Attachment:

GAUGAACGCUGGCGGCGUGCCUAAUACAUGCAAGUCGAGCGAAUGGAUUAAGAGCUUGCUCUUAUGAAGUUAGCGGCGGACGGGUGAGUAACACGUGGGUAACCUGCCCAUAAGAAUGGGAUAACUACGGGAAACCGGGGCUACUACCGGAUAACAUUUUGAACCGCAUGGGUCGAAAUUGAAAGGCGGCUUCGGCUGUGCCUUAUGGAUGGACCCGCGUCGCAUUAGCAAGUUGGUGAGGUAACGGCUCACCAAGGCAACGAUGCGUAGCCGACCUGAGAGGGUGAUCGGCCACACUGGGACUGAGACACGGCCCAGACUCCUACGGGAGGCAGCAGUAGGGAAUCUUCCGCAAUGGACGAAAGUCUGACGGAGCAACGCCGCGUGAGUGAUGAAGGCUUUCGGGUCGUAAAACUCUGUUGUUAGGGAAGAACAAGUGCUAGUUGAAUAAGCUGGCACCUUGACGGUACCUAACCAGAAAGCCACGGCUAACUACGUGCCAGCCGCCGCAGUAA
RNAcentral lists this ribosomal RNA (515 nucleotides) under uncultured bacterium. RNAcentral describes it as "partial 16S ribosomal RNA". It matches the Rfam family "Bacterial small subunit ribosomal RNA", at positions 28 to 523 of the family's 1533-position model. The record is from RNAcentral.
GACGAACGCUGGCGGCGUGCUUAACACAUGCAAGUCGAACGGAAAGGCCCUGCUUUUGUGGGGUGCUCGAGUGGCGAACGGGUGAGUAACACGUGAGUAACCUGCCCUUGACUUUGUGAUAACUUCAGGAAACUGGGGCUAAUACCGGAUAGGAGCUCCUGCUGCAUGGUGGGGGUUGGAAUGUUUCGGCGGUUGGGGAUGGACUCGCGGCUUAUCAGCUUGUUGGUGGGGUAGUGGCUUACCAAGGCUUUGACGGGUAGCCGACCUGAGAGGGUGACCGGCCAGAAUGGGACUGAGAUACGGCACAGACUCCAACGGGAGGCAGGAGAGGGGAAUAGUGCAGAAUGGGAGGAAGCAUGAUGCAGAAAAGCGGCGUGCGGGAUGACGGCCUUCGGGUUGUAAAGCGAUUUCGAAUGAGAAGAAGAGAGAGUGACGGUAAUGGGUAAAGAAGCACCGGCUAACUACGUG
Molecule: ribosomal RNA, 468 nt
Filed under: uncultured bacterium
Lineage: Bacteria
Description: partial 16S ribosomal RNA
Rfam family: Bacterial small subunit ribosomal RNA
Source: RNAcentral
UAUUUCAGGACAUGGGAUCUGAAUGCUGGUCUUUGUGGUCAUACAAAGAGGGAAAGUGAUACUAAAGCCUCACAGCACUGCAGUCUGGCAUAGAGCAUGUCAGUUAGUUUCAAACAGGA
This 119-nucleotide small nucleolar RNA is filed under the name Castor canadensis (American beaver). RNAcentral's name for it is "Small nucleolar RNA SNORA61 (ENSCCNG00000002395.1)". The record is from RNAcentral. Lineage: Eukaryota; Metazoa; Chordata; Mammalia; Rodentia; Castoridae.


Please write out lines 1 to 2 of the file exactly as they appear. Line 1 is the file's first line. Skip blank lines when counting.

GAUGAACGCUGGCGGCGUGCCUAAUACAUGCAAGUCGAGCGAAUGGAUUAAGAGCUUGCUCUUAUGAAGUUAGCGGCGGACGGGUGAGUAACACGUGGGUAACCUGCCCAUAAGAAUGGGAUAACUACGGGAAACCGGGGCUACUACCGGAUAACAUUUUGAACCGCAUGGGUCGAAAUUGAAAGGCGGCUUCGGCUGUGCCUUAUGGAUGGACCCGCGUCGCAUUAGCAAGUUGGUGAGGUAACGGCUCACCAAGGCAACGAUGCGUAGCCGACCUGAGAGGGUGAUCGGCCACACUGGGACUGAGACACGGCCCAGACUCCUACGGGAGGCAGCAGUAGGGAAUCUUCCGCAAUGGACGAAAGUCUGACGGAGCAACGCCGCGUGAGUGAUGAAGGCUUUCGGGUCGUAAAACUCUGUUGUUAGGGAAGAACAAGUGCUAGUUGAAUAAGCUGGCACCUUGACGGUACCUAACCAGAAAGCCACGGCUAACUACGUGCCAGCCGCCGCAGUAA
RNAcentral lists this ribosomal RNA (515 nucleotides) under uncultured bacterium. RNAcentral describes it as "partial 16S ribosomal RNA". It matches the Rfam family "Bacterial small subunit ribosomal RNA", at positions 28 to 523 of the family's 1533-position model. The record is from RNAcentral.